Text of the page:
Honest people wouldn’t steal clothes, money or a car from their friends, but many steal music from their favorite bands without even knowing it.

Before every modern DVD or VHS tape is a copyright law screen warning the viewer of the consequences of duplication and distribution, but the music industry does not have this screen.

“Around 95 percent of all music is downloaded without payment to artists or producers,” John Kennedy, chairman and chief executive of the International Federation of the Phonographic Industry in his 2009 Digital Music Report said.

Millions of college students, teens and adults illegally download, or pirate, their favorite music every year. The illegal act of piracy has not been prevented even though the Recording Industry Association of America has sued hundreds of people.

In Title 17, United States Code, Sections 501 and 506, it states that “the unauthorized reproduction, distribution, rental or digital transmission of copyrighted sound recordings” has severe civil and criminal penalties.

“If a fan truly loves a band, they will support the band by buying their music. It’s a fair trade when the artist creates something and the fans buy it to enjoy it and to show their appreciation,” Tanner Howe, lead singer/songwriter of Disco Curtis said.

When on the Internet, it’s as if anything can be free with the click of a mouse, but this law and the “No Electronic Theft law” (NET Act) include downloading copyrighted music from servers such as BitTorrent and LimeWire illegally.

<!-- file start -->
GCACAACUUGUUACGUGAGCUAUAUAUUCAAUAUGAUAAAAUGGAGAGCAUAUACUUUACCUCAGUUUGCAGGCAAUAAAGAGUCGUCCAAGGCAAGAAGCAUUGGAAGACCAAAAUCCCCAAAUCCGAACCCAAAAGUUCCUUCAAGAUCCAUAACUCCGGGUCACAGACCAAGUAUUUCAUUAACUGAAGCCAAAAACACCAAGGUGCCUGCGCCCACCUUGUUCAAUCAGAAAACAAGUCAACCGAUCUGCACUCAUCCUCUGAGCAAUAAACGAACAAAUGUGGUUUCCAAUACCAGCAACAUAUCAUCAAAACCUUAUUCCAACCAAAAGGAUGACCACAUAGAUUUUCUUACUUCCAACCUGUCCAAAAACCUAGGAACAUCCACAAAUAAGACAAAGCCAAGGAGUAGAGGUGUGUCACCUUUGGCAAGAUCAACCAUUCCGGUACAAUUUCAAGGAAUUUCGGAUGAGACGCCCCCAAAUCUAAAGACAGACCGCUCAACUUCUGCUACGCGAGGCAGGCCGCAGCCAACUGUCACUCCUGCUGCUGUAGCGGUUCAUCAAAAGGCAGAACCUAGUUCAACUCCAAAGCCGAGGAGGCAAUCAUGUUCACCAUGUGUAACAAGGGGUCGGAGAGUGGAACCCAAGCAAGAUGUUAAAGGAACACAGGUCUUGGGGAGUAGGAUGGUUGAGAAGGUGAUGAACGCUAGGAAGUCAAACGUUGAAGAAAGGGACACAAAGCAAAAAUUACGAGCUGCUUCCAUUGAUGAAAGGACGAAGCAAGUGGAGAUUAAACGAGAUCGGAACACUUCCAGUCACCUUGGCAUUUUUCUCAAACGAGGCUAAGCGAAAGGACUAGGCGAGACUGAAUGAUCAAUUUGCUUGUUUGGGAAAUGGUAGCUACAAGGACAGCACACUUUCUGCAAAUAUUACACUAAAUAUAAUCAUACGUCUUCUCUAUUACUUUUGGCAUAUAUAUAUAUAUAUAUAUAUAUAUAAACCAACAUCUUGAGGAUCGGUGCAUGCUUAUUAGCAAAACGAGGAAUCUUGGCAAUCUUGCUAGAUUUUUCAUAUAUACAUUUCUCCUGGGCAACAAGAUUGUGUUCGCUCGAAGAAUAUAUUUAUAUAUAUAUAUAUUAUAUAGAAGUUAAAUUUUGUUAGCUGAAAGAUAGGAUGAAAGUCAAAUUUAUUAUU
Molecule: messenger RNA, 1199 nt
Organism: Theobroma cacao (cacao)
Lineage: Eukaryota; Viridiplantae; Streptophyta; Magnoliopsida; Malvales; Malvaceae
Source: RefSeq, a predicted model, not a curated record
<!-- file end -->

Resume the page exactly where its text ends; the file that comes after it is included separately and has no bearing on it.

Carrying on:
The consequences for piracy are expensive and time consuming. For example, criminal penalties for first-time offenders will be up to five years in prison and $250,000 in fines.

Civil penalties on the other hand, can cost thousands of dollars in damage and legal fees. The minimum penalty is $750 per song but when one person could download hundreds of songs before getting caught, the price can get pretty large. The NET Act states that even something as simple as MP3 trading or file sharing could cost up to five years in prison.

This includes opening a forwarded e-mail that contains an illegally used copyrighted song.

Breaking this law not only puts downloading agent users at risk, but it also diminishes the effort so many people put into creating music.

“For every artist you can name at the top of the Billboard music charts, there is a long line of songwriters, sound engineers and label employees who help create those hits. They all feel the pain of music theft,” the Recording Industry Association of America fact sheet said.

Downloading copyrighted music could cripple the music industry and destroy all the hard work that musicians, songwriters and composers do in order to better entertain the world.

“Even though illegal downloading can be great for spreading the word about new bands, there comes a point where it gets to be out of control, and it can really affect the way a band operates,” Howe said.

Although most bands are against piracy, some feel as if it helps smaller unknown bands get their name out. Even though bands don’t get paid for the music that is stolen online, the listeners who enjoy their music tend to buy tickets to concerts and purchase band merchandise.

“Sharing music between friends and the public is a great thing happening due to the progression of technology through music. It’s about our fans, not the money that they make us. Them actually being into our music and wanting to let others know, can you really put a price on something like that,” Kip Krugler, drummer for the local band Cinder Cell said.

For more information on copyright laws visit www.riaa.com, or www.ifpi.org and for a listing of legal music downloading agents go to www.musicunited.org.

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